A group of researchers has discovered a Jupiter-like exoplanet, orbiting a star, which is similar to our sun. Scientists believe that the latest discovery is a significant milestone to finding a planetary system, which would mirror the solar system.
The presence of Jupiter and its gravitational influence on the solar system during its formation are considered to be responsible for shaping our planetary system and making it favorable for life to exist. Scientists, therefore, believe that the discovery of a Jupiter twin could one day lead to the finding of another Earth.
“The quest for an Earth 2.0, and for a complete Solar System 2.0, is one of the most exciting endeavors in astronomy,” Jorge Melendez, of the Universidade de São Paulo, Brazil, and the study’s co-author, said in a statement. The findings are described in a study, which is set to appear in the journal Astronomy and Astrophysics.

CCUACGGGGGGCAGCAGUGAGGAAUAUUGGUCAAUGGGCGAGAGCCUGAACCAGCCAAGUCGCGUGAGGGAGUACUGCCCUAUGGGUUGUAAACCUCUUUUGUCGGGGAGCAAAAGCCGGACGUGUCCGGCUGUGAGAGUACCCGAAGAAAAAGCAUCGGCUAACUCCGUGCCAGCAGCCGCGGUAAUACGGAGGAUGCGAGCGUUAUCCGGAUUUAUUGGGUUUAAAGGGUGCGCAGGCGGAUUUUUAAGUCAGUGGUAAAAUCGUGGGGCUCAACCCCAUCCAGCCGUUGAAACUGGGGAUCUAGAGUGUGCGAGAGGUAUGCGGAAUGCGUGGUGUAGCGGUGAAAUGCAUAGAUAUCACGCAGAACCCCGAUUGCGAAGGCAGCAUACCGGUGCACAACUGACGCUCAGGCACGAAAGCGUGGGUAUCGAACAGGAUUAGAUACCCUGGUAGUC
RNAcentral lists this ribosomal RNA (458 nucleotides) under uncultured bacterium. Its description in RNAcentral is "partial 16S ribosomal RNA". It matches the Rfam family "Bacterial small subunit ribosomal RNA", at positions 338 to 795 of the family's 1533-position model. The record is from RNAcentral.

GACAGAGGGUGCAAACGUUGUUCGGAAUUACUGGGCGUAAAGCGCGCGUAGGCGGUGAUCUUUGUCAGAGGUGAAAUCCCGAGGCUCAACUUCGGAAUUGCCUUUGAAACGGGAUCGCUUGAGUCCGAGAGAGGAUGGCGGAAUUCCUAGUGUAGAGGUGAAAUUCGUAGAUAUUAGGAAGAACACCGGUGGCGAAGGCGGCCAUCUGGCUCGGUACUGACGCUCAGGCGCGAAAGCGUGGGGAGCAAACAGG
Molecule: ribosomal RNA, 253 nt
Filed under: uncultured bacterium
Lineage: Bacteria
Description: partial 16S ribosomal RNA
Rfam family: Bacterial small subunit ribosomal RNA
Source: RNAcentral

The exoplanet, orbiting a sun-like star, has a mass very similar to that of Jupiter. In addition, the distance between the exoplanet and its host star is almost exactly the same as that between Earth and the sun, the researchers said. The new discovery was made using the HARPS instrument, mounted on the European Southern Observatory’s (ESO) 3.6-meter telescope at the La Silla Observatory in Chile.
The planet's host star, called HIP 11915, is also similar in mass and composition to the sun and about the same age.
“After two decades of hunting for exoplanets, we are finally beginning to see long-period gas giant planets similar to those in our own Solar System,” Megan Bedell, from the University of Chicago and lead author of the study, said in the statement. “This discovery is, in every respect, an exciting sign that other solar systems may be out there waiting to be discovered.”
Although further observations will be required to support the new findings, researchers believe that HIP 11915 is one of the strongest candidates to support a planetary system, resembling our own.